We’ve read a number of articles recently that focus on the investment issues inherent in traditional cash balance pension plans. While they’re not all identical, as a group, they highlight that it is essentially impossible to come up with an asset portfolio that effectively hedges the cash balance liabilities. In an era in which chief financial officers increasingly seek both stability and predictability in benefit costs, this really does create a problem.
The reasons behind it are fairly technical, but if we examine any cash balance plan whose interest credits are set at either a fixed rate or a long-term bond yield, no financial instrument that we know can perfectly track traditional cash balance plan liabilities.
However, a cash balance plan gives employees a key combination of two elements they desire—a benefit they can understand and the ability to derive lifetime income at a fair price—that in combination are typically not available to them in either a traditional pension or in a defined contribution (DC) plan such as a 401(k). So, reframing the problem, it would be desirable to have a plan that still provides that key combination while allowing the employer to hedge the liabilities in the plan.
Such a structure exists. But we cannot start with the liabilities and find an investment portfolio to do the work for them.
Instead, let’s start with an investment portfolio and force the liabilities to behave like that portfolio. Rather than liability-driven investment (LDI) that we have heard so much about for the past 15 years or so, we can refer to this as investment-driven liabilities (IDL).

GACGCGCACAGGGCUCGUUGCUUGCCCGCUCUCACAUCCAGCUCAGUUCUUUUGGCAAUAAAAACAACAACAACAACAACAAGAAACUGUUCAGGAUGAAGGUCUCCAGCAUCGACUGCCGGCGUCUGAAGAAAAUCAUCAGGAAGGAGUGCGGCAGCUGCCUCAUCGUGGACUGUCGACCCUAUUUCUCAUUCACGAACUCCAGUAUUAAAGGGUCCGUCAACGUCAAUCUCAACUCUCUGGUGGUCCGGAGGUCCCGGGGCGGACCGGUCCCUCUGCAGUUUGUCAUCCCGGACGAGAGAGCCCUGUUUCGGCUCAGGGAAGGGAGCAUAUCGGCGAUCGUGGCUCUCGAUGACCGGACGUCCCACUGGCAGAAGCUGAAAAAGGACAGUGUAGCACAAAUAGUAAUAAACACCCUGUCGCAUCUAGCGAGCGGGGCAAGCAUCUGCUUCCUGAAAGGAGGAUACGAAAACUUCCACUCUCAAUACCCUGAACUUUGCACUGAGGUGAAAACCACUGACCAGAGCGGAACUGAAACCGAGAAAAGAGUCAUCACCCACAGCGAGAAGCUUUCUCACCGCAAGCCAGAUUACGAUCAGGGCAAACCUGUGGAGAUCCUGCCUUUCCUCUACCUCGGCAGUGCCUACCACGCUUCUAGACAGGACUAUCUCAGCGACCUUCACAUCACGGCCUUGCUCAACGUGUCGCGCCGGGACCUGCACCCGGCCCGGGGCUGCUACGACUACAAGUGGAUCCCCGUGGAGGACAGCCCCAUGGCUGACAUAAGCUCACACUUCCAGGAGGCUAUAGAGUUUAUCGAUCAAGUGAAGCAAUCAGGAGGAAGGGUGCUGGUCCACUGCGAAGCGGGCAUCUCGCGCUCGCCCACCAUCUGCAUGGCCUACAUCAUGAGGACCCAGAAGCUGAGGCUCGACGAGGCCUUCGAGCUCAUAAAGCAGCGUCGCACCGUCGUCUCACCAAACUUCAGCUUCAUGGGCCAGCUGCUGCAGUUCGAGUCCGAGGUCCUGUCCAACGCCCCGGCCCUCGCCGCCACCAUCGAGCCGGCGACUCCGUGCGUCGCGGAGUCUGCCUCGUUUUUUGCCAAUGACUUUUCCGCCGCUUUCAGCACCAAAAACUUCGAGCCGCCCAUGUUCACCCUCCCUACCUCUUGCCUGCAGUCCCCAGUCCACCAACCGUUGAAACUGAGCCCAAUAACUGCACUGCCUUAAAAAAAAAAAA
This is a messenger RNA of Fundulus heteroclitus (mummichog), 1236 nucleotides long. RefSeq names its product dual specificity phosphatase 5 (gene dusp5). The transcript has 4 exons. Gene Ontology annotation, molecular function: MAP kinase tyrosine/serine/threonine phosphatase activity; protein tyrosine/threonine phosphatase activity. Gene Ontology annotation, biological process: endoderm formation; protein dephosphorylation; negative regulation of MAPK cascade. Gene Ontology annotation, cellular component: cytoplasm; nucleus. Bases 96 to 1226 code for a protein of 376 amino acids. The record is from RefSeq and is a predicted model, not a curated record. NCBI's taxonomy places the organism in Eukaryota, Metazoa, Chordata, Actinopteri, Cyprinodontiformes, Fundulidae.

The plan design that allows us to use IDL as a hedging device is the market-based cash balance plan. It may be new terminology to many, but these designs were formally sanctioned by the Pension Protection Act in 2006 and were in place to a lesser extent before then.
To understand what a market-based cash balance plan is, let’s first explain what it’s not: It’s not a traditional cash balance plan. In a traditional cash balance plan, a participant gets pay credits (think of them as a contribution to a notional account balance) and those credits grow with interest credits. In the traditional plan, those interest credits are either a fixed rate of return or a rate of return tied to some bond index such as 30-Year Treasury Bonds or 1-Year Treasury Bills plus 1 percentage point.
In the market-based plan, on the other hand, interest credits are derived from a pool of real or hypothetical investments. As examples, they could be based on the actual return on plan assets or on a 50/50 mix of an S&P 500 Index Fund and a Bloomberg Barclays U.S. Aggregate Bond Index Fund. In the first case, the investment portfolio naturally tracks the growth in plan liabilities. In the second, by investing plan assets in that same 50/50 mix, plan assets also automatically track growth in liabilities. In fact, in both cases, we might even say that plan liabilities are tracking plan assets.
These plans are not for every company. Nothing is. However, if providing lifetime income opportunities for employees while still affording portability is desired and being able to predict and control an employer’s cash commitments to the plan through an automatic near perfect hedge are important, then this sort of design may be worth investigating. At the very least, it’s one more potentially very useful tool for an employer to have in its benefits tool kit.
John Lowell is an Atlanta-based actuary and partner with October Three Consulting LLC. He has more than 30 years of experience consulting on corporate retirement plans ranging in size from just a few participants to hundreds of thousands. John was also president of the Conference of Consulting Actuaries in 2018. He can be reached at email@example.com.
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